About “factory’ wine
You won’t find me griping about a $150 million home being built in Big Sky or the necessity to raise the tax rate to pay for new and better schools. I have a constitution alright to gripe and it helps to vent every now and again.
My gripe this week focuses on the wine business, not because I think it is especially important compared with issues such as peace, poverty or education, but simply because this is my bailiwick.
I get to taste a lot of wines and it is upsetting to me to find so many of them are impostors. They are dressed up to look like interesting wines; made to sound as if they have been lovingly created from a single vineyard by little old winemakers in small, rustic cellars – aged gracefully in oak barrels with the attentive hand of the grower never far away.
The truth is they are industrial formulas produced in gigantic refinery-like wineries from machine-picked grapes that come from huge, flat, irrigated vineyards, and conjured up with all manner of winemaking chicanery. (Don’t get me started on Mega Purple). These chemical engineers blend juice together to offend as few consumers as possible the sell it by deep discounting to give the consumer some measure of satisfaction at having a “good”, cheap wine.
OK, far be it from me to suggest that we shouldn’t have cheap wine. Nothing thrills me more than to find a great wine at a great price. But why can’t we have cheap, honest wine? Cheap, honest wine still exists, and thanks to small growers and vintners, it looks like it will have a future.
The modern retail environment, with its demand for uniformity, continuity of stock, and large volumes means that only the big wineries get invited to the party. You won’t find small artisanal wines at Wal-Mart, Target or even at the major supermarkets. Smaller growers who make honest, affordable wine can’t deal with the quantities needed by major retailers. They also can’t afford the “big stick” discounts that are demanded by the Costco’s and Sam’s Clubs of the world. Sadly, they can’t produce those big volumes of wine without resorting to chemical sleight of hand.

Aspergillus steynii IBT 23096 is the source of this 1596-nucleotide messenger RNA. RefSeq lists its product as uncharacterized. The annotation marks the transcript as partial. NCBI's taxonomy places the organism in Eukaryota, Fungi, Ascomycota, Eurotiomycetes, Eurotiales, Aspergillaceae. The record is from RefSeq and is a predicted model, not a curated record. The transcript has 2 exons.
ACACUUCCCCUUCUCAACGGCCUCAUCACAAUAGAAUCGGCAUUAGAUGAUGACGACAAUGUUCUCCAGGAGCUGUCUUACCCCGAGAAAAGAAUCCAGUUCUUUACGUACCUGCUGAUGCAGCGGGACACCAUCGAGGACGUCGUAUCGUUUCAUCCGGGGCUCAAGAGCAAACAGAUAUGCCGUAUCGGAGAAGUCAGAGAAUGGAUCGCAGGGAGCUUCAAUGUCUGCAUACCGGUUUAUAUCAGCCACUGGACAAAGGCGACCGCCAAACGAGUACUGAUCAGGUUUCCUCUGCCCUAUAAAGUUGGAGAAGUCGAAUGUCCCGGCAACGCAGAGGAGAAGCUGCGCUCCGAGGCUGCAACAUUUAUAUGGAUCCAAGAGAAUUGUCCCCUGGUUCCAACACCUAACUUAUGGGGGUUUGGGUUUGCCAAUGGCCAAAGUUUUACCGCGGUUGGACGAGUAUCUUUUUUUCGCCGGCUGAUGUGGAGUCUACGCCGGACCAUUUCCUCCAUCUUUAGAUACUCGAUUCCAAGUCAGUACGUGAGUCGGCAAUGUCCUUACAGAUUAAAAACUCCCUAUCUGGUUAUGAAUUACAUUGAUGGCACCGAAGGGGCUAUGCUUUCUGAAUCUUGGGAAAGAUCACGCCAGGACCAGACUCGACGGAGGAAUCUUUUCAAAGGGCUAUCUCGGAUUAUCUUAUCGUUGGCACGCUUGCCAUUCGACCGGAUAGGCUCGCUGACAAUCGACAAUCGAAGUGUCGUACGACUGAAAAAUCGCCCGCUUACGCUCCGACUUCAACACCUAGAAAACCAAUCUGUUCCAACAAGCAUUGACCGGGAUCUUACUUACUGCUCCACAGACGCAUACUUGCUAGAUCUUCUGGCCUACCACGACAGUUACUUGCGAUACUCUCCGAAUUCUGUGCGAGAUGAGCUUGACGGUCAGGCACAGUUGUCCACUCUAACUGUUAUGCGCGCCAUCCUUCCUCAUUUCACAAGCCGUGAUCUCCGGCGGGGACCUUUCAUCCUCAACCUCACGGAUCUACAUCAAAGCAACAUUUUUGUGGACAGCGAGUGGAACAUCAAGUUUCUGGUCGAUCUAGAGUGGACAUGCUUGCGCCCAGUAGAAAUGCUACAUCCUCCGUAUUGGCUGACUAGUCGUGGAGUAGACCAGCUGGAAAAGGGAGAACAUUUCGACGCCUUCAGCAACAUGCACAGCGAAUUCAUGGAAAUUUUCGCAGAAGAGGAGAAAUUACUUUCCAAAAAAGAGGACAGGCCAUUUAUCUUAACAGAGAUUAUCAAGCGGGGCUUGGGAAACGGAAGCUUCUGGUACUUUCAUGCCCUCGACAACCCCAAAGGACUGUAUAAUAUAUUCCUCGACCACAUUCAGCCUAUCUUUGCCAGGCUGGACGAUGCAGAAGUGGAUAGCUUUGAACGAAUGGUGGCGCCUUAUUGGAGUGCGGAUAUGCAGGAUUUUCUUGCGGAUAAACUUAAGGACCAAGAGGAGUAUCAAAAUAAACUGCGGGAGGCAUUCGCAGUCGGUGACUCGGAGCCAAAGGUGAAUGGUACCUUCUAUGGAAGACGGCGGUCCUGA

You can’t blame the big guys for wanting to make a buck. They want to present the most affordable, good tasting, recognizable wine they can find. It is no wonder thatDoritos and Cheez-whiz (two other “factory” comestibles) are always on sale at deep discounts. Both are easily recognized, affordable and made with enough salt to make them taste good to almost everyone. A peek around the corner at the wine aisle will show you hundreds of brands that are “factory made”, taste good (in a generic way), are deeply discounted and have familiar labels.
What can stem this rising tide of factory wine? I reckon some gently subversive counter movement is needed. Help me to champion the small well-made labels. If there’s an increased demand, then perhaps the continued existence of real wine will be assured. Here are a few things I look for in a good inexpensive wine.
• The wine is made from grapes grown in one vineyard, or several neighboring vineyards
• The vineyards supplying the grapes are usually owned by the people making the wine, or are supplied by growers on long-term contracts
• There is limited or small production
• The wines are subject to vintage variation
• Convenience and availability are sometimes a problem, because of the limited production
• You won’t see their ads on the Super Bowl.
Posted on Thu, April 27, 2017
by Tiffany Olson filed under